Haltom City

Two Teens, Age 14, Charged With Capital Murder in Stabbing Death of Uber Eats Driver

Two teens arrested at an apartment complex about a half of a mile from where the murder took place

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Two 14-year-olds are in custody, accused of capital murder in the death of 31-year-old mother and food delivery worker Ryan Graham Munsie.

Haltom City police announced the arrests Wednesday evening but released more details Thursday morning about the case and the arrests.

Investigators said Munsie, a mother of three who was working a side job as an Uber Eats driver, was fatally stabbed in the neck during a robbery at the Northern Cross apartments in Haltom City at about 9:30 p.m. on Jan. 23.

Munsie was found in the breezeway Saturday night with “obvious signs of trauma,” according to the police department.

“She was delivering food to someone in that building,” Haltom City police Sgt. Eric Peters said on Tuesday.

Munsie did not make it to the customer’s door before she was murdered. The customer was questioned by police and cleared in the case, Peters said.

Meanwhile, Haltom City detectives said they discovered evidence that linked the two juveniles to the case. A SWAT team was called and the two teenagers were taken into custody on Jan. 27 without incident at an apartment complex on the 3600 block of Tanacross Drive in Fort Worth.

The complex where the teens were arrested is about a half-mile west of where the murder took place.

Haltom City Police detectives say the alleged plot was to steal Munsie’s car at the apartment Munsie was dropping off a food delivery on Saturday night.

When the teens could not find the keys to the car, one is accused of stabbing the 31-year-old in the neck, breaking the knife in the attack.

The police department’s spokesman said the teens were able to take Munsie’s cell phone.

The phone was later found discarded.

Both juveniles were taken to the Tarrant County Juvenile Justice Center in Fort Worth. Because they are juveniles their names and mugshots will not be released to the public.

One of the suspect’s mother was not in court. The judge was told she was not able to be located.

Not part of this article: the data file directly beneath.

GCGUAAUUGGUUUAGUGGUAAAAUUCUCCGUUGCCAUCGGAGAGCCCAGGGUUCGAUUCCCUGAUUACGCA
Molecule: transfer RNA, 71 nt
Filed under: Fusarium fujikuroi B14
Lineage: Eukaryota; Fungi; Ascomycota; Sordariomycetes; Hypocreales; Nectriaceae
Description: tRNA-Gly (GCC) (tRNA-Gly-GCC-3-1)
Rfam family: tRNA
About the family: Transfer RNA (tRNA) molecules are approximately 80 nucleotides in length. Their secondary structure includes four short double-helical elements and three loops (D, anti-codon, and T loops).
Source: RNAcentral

The judge said the teen was last in court in December for evading arrest.

The second suspect’s mother was in court for the virtual hearing. The judge said her son had tested positive this morning for marijuana and asked her where he had gotten ahold of the drug. She responded that she did not know.

Detectives say surveillance video links the two teens to the murder investigation.

An informant in Chicago reportedly told a DEA agent that one of the teens had been talking about the delivery driver’s murder and stated he wanted to leave the area.

The teen allegedly talked about details of the murder that had not been released to the public at that time.

Police say both teens confessed to the murder, however their attorneys question the confession.

Given the severity of the allegations, the judge ordered that both teens be held in custody.

Criminal defense attorney and former prosecutor Russell Wilson is not involved in this case but explained the potential legal process facing the minors.

There is a possibility the teens could be charged as adults.

It will be up to the Tarrant County District Attorney and ultimately a district judge to decide if one, or both teens, will face trial as adults.

Minors would first be evaluated based on their past schooling, mental state, criminal background, financial circumstances, said Wilson.

“At the core of it, you really want to try and evaluate: What’s driving this? What happens to get two 14-year-olds in this circumstance where they end up charged,” said Wilson. “You’re trying to evaluate, not necessarily whether they’re competent. They understand what they’re doing, but how much this lack of maturity plays a role in the crimes that happened.”

In general, Wilson’s experience has found that it is possible and sometimes seen where juveniles are charged as adults.

“Oftentimes, when we see very severe criminal conduct, we tend to see a juvenile certified [as an adult] more often than less severe circumstances.”

If convicted of capital murder, the juveniles could be sentenced to life in prison with parole possible after serving 40 years. The teens would not face the death penalty in this case, based on their age.

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